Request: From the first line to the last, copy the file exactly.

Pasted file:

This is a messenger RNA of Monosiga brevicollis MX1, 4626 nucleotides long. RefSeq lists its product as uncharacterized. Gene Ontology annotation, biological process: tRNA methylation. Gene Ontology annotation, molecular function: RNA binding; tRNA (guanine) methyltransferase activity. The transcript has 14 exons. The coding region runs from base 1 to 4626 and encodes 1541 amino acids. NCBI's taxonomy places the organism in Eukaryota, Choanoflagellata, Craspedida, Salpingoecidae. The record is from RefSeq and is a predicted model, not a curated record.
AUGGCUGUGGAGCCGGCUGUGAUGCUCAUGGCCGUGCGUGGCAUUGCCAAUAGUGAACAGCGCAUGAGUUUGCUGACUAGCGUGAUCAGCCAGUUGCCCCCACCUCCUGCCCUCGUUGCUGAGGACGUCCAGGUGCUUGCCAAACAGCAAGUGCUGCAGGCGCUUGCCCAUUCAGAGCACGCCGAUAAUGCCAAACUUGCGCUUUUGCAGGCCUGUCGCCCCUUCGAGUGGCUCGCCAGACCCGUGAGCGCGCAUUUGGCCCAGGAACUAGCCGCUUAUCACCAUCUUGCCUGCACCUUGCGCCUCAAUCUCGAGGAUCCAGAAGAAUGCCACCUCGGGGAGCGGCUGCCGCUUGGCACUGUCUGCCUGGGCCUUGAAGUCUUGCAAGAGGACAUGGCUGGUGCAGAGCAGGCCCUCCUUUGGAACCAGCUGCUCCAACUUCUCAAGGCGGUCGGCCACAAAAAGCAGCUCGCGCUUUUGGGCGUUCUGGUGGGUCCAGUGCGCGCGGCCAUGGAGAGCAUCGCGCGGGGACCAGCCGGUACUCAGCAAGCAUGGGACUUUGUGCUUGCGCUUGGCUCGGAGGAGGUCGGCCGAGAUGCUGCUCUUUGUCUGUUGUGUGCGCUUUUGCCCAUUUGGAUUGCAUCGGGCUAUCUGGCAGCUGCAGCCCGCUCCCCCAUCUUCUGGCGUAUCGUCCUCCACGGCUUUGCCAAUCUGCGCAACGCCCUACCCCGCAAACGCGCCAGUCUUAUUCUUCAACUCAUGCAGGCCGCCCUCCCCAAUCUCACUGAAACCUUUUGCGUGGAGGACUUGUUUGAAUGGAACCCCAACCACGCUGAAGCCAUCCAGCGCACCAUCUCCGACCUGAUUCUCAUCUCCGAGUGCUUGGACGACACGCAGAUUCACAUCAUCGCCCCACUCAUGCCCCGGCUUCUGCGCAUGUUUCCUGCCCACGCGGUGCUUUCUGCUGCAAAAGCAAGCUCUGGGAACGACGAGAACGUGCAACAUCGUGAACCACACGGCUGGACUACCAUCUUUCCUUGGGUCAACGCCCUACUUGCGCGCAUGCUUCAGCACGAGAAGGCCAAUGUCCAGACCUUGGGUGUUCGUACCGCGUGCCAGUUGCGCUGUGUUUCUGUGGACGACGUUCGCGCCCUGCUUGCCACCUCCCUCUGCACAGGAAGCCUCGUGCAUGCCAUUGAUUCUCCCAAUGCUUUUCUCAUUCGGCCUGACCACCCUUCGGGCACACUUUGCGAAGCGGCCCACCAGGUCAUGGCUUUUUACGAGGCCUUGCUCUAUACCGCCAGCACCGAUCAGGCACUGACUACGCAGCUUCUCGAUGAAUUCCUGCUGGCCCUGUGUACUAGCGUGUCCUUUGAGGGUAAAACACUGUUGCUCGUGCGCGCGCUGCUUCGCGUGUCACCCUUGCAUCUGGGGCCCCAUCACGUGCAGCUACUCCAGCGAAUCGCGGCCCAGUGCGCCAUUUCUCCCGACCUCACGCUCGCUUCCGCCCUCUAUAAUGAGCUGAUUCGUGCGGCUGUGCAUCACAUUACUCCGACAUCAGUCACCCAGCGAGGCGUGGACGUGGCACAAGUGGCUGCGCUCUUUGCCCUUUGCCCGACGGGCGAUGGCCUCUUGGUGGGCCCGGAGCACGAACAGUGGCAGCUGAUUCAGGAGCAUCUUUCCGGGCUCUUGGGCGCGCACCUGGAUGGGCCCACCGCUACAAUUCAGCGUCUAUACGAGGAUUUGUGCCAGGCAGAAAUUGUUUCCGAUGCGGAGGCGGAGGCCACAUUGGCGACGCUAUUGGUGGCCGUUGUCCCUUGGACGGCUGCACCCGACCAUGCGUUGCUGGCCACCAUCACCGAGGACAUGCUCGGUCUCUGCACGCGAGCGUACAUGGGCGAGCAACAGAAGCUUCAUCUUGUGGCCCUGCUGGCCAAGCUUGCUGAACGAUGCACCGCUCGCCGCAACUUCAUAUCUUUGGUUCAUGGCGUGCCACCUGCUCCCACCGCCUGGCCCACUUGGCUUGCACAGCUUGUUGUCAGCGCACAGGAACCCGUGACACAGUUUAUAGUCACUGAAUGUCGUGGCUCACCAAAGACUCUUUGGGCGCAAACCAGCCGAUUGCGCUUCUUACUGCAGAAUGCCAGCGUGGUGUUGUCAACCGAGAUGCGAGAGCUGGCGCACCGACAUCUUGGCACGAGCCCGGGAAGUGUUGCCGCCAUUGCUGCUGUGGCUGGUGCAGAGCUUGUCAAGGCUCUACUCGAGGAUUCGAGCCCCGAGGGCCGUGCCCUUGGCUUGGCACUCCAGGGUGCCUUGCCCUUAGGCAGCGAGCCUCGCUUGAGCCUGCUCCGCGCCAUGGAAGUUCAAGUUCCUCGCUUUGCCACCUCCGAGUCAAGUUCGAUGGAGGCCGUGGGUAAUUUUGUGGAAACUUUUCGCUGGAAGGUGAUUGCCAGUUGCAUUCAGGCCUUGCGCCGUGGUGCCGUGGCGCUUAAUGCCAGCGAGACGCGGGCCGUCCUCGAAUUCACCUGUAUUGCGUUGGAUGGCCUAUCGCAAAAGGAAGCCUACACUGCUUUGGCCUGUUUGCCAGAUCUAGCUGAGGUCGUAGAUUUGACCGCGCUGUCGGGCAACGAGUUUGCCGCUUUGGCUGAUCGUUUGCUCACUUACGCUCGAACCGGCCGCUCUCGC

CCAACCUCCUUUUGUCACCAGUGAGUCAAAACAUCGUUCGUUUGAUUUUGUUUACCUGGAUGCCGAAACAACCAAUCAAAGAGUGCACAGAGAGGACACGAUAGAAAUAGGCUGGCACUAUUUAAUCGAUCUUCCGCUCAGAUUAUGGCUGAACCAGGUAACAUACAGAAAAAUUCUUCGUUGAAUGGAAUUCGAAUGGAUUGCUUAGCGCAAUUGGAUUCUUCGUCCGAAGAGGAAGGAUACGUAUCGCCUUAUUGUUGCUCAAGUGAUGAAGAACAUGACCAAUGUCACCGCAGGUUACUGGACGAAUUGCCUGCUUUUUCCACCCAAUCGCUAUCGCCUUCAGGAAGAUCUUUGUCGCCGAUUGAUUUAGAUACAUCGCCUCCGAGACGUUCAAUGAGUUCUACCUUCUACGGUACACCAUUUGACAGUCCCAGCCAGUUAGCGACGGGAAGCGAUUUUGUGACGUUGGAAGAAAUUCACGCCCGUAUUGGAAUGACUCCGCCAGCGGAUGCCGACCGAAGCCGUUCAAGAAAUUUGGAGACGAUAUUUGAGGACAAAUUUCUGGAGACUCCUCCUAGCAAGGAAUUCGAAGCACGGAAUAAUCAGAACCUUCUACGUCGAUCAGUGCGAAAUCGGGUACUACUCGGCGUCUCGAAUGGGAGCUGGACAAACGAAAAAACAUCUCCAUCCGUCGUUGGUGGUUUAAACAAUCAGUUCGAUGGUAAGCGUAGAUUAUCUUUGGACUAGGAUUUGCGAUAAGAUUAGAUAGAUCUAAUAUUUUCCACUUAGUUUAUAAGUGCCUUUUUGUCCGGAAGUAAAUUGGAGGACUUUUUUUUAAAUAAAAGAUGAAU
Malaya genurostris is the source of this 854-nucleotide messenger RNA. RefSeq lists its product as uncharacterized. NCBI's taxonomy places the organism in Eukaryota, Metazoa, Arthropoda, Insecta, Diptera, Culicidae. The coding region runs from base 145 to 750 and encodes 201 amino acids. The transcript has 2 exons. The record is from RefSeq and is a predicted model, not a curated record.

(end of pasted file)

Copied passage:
This is a messenger RNA of Monosiga brevicollis MX1, 4626 nucleotides long. RefSeq lists its product as uncharacterized. Gene Ontology annotation, biological process: tRNA methylation. Gene Ontology annotation, molecular function: RNA binding; tRNA (guanine) methyltransferase activity. The transcript has 14 exons. The coding region runs from base 1 to 4626 and encodes 1541 amino acids. NCBI's taxonomy places the organism in Eukaryota, Choanoflagellata, Craspedida, Salpingoecidae. The record is from RefSeq and is a predicted model, not a curated record.
AUGGCUGUGGAGCCGGCUGUGAUGCUCAUGGCCGUGCGUGGCAUUGCCAAUAGUGAACAGCGCAUGAGUUUGCUGACUAGCGUGAUCAGCCAGUUGCCCCCACCUCCUGCCCUCGUUGCUGAGGACGUCCAGGUGCUUGCCAAACAGCAAGUGCUGCAGGCGCUUGCCCAUUCAGAGCACGCCGAUAAUGCCAAACUUGCGCUUUUGCAGGCCUGUCGCCCCUUCGAGUGGCUCGCCAGACCCGUGAGCGCGCAUUUGGCCCAGGAACUAGCCGCUUAUCACCAUCUUGCCUGCACCUUGCGCCUCAAUCUCGAGGAUCCAGAAGAAUGCCACCUCGGGGAGCGGCUGCCGCUUGGCACUGUCUGCCUGGGCCUUGAAGUCUUGCAAGAGGACAUGGCUGGUGCAGAGCAGGCCCUCCUUUGGAACCAGCUGCUCCAACUUCUCAAGGCGGUCGGCCACAAAAAGCAGCUCGCGCUUUUGGGCGUUCUGGUGGGUCCAGUGCGCGCGGCCAUGGAGAGCAUCGCGCGGGGACCAGCCGGUACUCAGCAAGCAUGGGACUUUGUGCUUGCGCUUGGCUCGGAGGAGGUCGGCCGAGAUGCUGCUCUUUGUCUGUUGUGUGCGCUUUUGCCCAUUUGGAUUGCAUCGGGCUAUCUGGCAGCUGCAGCCCGCUCCCCCAUCUUCUGGCGUAUCGUCCUCCACGGCUUUGCCAAUCUGCGCAACGCCCUACCCCGCAAACGCGCCAGUCUUAUUCUUCAACUCAUGCAGGCCGCCCUCCCCAAUCUCACUGAAACCUUUUGCGUGGAGGACUUGUUUGAAUGGAACCCCAACCACGCUGAAGCCAUCCAGCGCACCAUCUCCGACCUGAUUCUCAUCUCCGAGUGCUUGGACGACACGCAGAUUCACAUCAUCGCCCCACUCAUGCCCCGGCUUCUGCGCAUGUUUCCUGCCCACGCGGUGCUUUCUGCUGCAAAAGCAAGCUCUGGGAACGACGAGAACGUGCAACAUCGUGAACCACACGGCUGGACUACCAUCUUUCCUUGGGUCAACGCCCUACUUGCGCGCAUGCUUCAGCACGAGAAGGCCAAUGUCCAGACCUUGGGUGUUCGUACCGCGUGCCAGUUGCGCUGUGUUUCUGUGGACGACGUUCGCGCCCUGCUUGCCACCUCCCUCUGCACAGGAAGCCUCGUGCAUGCCAUUGAUUCUCCCAAUGCUUUUCUCAUUCGGCCUGACCACCCUUCGGGCACACUUUGCGAAGCGGCCCACCAGGUCAUGGCUUUUUACGAGGCCUUGCUCUAUACCGCCAGCACCGAUCAGGCACUGACUACGCAGCUUCUCGAUGAAUUCCUGCUGGCCCUGUGUACUAGCGUGUCCUUUGAGGGUAAAACACUGUUGCUCGUGCGCGCGCUGCUUCGCGUGUCACCCUUGCAUCUGGGGCCCCAUCACGUGCAGCUACUCCAGCGAAUCGCGGCCCAGUGCGCCAUUUCUCCCGACCUCACGCUCGCUUCCGCCCUCUAUAAUGAGCUGAUUCGUGCGGCUGUGCAUCACAUUACUCCGACAUCAGUCACCCAGCGAGGCGUGGACGUGGCACAAGUGGCUGCGCUCUUUGCCCUUUGCCCGACGGGCGAUGGCCUCUUGGUGGGCCCGGAGCACGAACAGUGGCAGCUGAUUCAGGAGCAUCUUUCCGGGCUCUUGGGCGCGCACCUGGAUGGGCCCACCGCUACAAUUCAGCGUCUAUACGAGGAUUUGUGCCAGGCAGAAAUUGUUUCCGAUGCGGAGGCGGAGGCCACAUUGGCGACGCUAUUGGUGGCCGUUGUCCCUUGGACGGCUGCACCCGACCAUGCGUUGCUGGCCACCAUCACCGAGGACAUGCUCGGUCUCUGCACGCGAGCGUACAUGGGCGAGCAACAGAAGCUUCAUCUUGUGGCCCUGCUGGCCAAGCUUGCUGAACGAUGCACCGCUCGCCGCAACUUCAUAUCUUUGGUUCAUGGCGUGCCACCUGCUCCCACCGCCUGGCCCACUUGGCUUGCACAGCUUGUUGUCAGCGCACAGGAACCCGUGACACAGUUUAUAGUCACUGAAUGUCGUGGCUCACCAAAGACUCUUUGGGCGCAAACCAGCCGAUUGCGCUUCUUACUGCAGAAUGCCAGCGUGGUGUUGUCAACCGAGAUGCGAGAGCUGGCGCACCGACAUCUUGGCACGAGCCCGGGAAGUGUUGCCGCCAUUGCUGCUGUGGCUGGUGCAGAGCUUGUCAAGGCUCUACUCGAGGAUUCGAGCCCCGAGGGCCGUGCCCUUGGCUUGGCACUCCAGGGUGCCUUGCCCUUAGGCAGCGAGCCUCGCUUGAGCCUGCUCCGCGCCAUGGAAGUUCAAGUUCCUCGCUUUGCCACCUCCGAGUCAAGUUCGAUGGAGGCCGUGGGUAAUUUUGUGGAAACUUUUCGCUGGAAGGUGAUUGCCAGUUGCAUUCAGGCCUUGCGCCGUGGUGCCGUGGCGCUUAAUGCCAGCGAGACGCGGGCCGUCCUCGAAUUCACCUGUAUUGCGUUGGAUGGCCUAUCGCAAAAGGAAGCCUACACUGCUUUGGCCUGUUUGCCAGAUCUAGCUGAGGUCGUAGAUUUGACCGCGCUGUCGGGCAACGAGUUUGCCGCUUUGGCUGAUCGUUUGCUCACUUACGCUCGAACCGGCCGCUCUCGC

CCAACCUCCUUUUGUCACCAGUGAGUCAAAACAUCGUUCGUUUGAUUUUGUUUACCUGGAUGCCGAAACAACCAAUCAAAGAGUGCACAGAGAGGACACGAUAGAAAUAGGCUGGCACUAUUUAAUCGAUCUUCCGCUCAGAUUAUGGCUGAACCAGGUAACAUACAGAAAAAUUCUUCGUUGAAUGGAAUUCGAAUGGAUUGCUUAGCGCAAUUGGAUUCUUCGUCCGAAGAGGAAGGAUACGUAUCGCCUUAUUGUUGCUCAAGUGAUGAAGAACAUGACCAAUGUCACCGCAGGUUACUGGACGAAUUGCCUGCUUUUUCCACCCAAUCGCUAUCGCCUUCAGGAAGAUCUUUGUCGCCGAUUGAUUUAGAUACAUCGCCUCCGAGACGUUCAAUGAGUUCUACCUUCUACGGUACACCAUUUGACAGUCCCAGCCAGUUAGCGACGGGAAGCGAUUUUGUGACGUUGGAAGAAAUUCACGCCCGUAUUGGAAUGACUCCGCCAGCGGAUGCCGACCGAAGCCGUUCAAGAAAUUUGGAGACGAUAUUUGAGGACAAAUUUCUGGAGACUCCUCCUAGCAAGGAAUUCGAAGCACGGAAUAAUCAGAACCUUCUACGUCGAUCAGUGCGAAAUCGGGUACUACUCGGCGUCUCGAAUGGGAGCUGGACAAACGAAAAAACAUCUCCAUCCGUCGUUGGUGGUUUAAACAAUCAGUUCGAUGGUAAGCGUAGAUUAUCUUUGGACUAGGAUUUGCGAUAAGAUUAGAUAGAUCUAAUAUUUUCCACUUAGUUUAUAAGUGCCUUUUUGUCCGGAAGUAAAUUGGAGGACUUUUUUUUAAAUAAAAGAUGAAU
Malaya genurostris is the source of this 854-nucleotide messenger RNA. RefSeq lists its product as uncharacterized. NCBI's taxonomy places the organism in Eukaryota, Metazoa, Arthropoda, Insecta, Diptera, Culicidae. The coding region runs from base 145 to 750 and encodes 201 amino acids. The transcript has 2 exons. The record is from RefSeq and is a predicted model, not a curated record.